Beyond Flappers: Challenging Gender Norms in the 1920s

The flapper, with her bobbed hair and swinging, beaded fringe, has become an iconic character of the American past. She was young, educated, and daring. She smoked, she drank, she danced, she showed off a lot more than just her ankles. And in the process, she challenged the lives and expectations of past generations. The flapper wanted a career. She wanted to date before marriage. She did not want to settle down and raise children – at least not until she had experience more of what life had to offer.

Yet the flapper lifestyle was by no means a universal experience for women in the 1920s. Indeed, it was very much an urban, middle- to upper-class phenomenon, one that, for many women, remained distant, even alien. A 1922 article in the Prescott, Arizona, newspaper The Weekly Journal-Miner attests to that: “Typical Flappers. You’ve often heard ’em called that, but did you ever really understand what it meant?” It identifies them for the reader, as if providing a classification for an exotic bird that might one day be spotted in the wild.

1922 08 02 Weekly Journal Miner

But the story of resistance to gender norms does not end with flappers. Over the summer, I was struggling to come up with a definite topic for my research seminar when at the National Archives I stumbled across a collection of letters written by women across the United States to the Children’s Bureau  – a federal agency charged with improving the lives of women and their children. A majority of these women came from rural areas, towns like Creston, Montana, or Villisca, Iowa, with small populations. They were the wives of farmers and laborers. Women like Gertrude Lirones of Mount Pleasant, Michigan, whose husband worked as a hat cleaner. Their lives could not have been further removed from their daring, glittery flapper counterparts. And yet each of the 46 women whose letters I found at the archive sought change her life, to achieve more than, in the words of one letter writer, “Poverty & More Babies.”

The writers of these particular letters all wrote to the Children’s Bureau asking for birth control. While at this time activists like Margaret Sanger were making strong arguments for birth control, the agency did not take a stance on or give advice about it. Indeed, it would have been illegal for them to do so – an 1873 law outlawed the sale, publication, or dissemination, especially through the mail, of any device or material related to the prevention of conception. Women wrote all the same, some desperate, others determined and defiant, and all hoping to gain some control over their health and their lives.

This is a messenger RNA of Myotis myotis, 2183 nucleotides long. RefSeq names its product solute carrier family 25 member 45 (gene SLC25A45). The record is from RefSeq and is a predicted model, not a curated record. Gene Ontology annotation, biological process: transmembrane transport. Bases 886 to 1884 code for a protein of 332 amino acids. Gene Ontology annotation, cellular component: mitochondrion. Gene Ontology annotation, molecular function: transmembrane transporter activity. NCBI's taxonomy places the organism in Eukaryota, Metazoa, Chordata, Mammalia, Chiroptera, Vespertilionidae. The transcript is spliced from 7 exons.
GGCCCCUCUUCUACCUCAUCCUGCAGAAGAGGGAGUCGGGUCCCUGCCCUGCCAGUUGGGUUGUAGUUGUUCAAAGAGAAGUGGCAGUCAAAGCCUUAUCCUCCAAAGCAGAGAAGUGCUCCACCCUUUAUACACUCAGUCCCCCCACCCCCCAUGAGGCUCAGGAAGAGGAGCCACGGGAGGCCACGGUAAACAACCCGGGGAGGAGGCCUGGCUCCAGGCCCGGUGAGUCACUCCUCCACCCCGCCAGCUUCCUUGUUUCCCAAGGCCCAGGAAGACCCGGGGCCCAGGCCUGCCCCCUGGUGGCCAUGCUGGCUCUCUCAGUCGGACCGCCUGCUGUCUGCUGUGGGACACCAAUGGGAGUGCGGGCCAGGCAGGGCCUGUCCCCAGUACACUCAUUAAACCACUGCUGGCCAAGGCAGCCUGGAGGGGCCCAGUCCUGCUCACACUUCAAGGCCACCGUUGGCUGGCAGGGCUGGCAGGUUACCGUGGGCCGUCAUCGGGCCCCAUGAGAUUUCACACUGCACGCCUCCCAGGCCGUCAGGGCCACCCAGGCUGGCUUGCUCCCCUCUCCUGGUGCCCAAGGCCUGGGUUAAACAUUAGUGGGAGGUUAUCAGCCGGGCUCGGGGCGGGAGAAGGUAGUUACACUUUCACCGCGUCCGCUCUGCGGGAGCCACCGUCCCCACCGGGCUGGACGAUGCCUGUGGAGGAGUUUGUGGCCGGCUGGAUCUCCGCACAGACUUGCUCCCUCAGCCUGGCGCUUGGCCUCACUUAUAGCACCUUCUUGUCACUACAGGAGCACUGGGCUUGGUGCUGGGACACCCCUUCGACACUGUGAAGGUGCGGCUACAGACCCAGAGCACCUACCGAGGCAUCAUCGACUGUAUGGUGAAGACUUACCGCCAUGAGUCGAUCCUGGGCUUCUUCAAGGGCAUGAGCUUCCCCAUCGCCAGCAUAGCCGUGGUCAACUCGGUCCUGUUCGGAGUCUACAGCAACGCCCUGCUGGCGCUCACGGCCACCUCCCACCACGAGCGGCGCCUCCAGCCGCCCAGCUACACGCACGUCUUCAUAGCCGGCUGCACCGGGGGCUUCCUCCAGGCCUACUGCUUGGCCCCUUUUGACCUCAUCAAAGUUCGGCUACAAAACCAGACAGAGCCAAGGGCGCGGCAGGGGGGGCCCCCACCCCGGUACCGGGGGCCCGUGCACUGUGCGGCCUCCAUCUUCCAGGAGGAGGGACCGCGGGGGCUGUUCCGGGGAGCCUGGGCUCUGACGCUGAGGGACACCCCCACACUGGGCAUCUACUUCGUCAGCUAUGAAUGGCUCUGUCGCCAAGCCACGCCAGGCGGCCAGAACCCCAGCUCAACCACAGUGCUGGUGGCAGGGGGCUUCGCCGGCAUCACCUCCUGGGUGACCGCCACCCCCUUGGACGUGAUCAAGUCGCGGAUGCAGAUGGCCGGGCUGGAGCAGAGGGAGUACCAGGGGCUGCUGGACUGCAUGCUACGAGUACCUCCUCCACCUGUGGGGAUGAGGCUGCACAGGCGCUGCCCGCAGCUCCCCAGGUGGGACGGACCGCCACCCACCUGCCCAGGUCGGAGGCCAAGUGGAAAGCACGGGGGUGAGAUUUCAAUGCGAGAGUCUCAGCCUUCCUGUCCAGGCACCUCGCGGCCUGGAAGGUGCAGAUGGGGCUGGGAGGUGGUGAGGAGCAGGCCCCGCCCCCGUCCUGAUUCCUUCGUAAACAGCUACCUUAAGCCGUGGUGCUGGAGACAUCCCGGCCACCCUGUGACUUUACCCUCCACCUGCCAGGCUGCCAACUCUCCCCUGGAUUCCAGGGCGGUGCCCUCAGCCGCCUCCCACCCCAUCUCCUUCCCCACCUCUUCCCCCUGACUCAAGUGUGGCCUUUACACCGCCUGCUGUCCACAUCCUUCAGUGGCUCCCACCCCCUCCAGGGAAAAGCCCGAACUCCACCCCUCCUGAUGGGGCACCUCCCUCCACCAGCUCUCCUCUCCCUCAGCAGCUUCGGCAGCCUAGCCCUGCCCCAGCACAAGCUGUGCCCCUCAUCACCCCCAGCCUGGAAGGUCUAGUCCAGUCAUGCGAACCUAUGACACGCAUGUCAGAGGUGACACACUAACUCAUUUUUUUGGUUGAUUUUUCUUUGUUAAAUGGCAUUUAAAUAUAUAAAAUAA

Flappers were not alone in their quest to change the female experience, and these remarkable letters provide ample proof. Below I’ve included a few of the letters, and a snapshot of the women who wrote them, information I was able to glean using census records from Ancestry.com.

Sophia Micka, of Cayuga, North Dakota, wrote to the Bureau in 1921. She and her husband, a meat merchant, had seven children, but she “did not want any more after [she] had two.” Her letter alludes to now controversial debates about who should or should not have children.

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Helen Harting of Muskegon Heights, Michigan, wrote her letter in 1927. At 23 she already had two children – Pearl and Leonard – and a husband who did not support her. Like all of the women in this study, the Children’s Bureau did not provide assistance, but records reveal that she was able to divorce her husband in 1929, citing “extreme cruelty & non-support.”

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Finally, Gertrude Lirones of Mount Pleasant, Michigan, wrote for help in 1929. She was raising five children under the age of 10 and worried that any more would cause too much financial and physical stress. “Sicknesses every year. Bills! Wife very tired… Having to keep on child bearing strikes absolute terror to wife’s heart. She goes on to mention all of the advice pamphlets available – on everything from goats to bird houses – and writes that “If the government can’t help us now we’ll feel pretty badly.” She did not get the help she sought – by 1940 Gertrude had given birth to three more sons.

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These letters show only a glimpse at these women’s lives, but what they reveal is both heartbreaking and powerful, and indicative of powerful, growing trends. None of these women received assistance from the Children’s Bureau, but what’s important is that they sought it in the first place.

 

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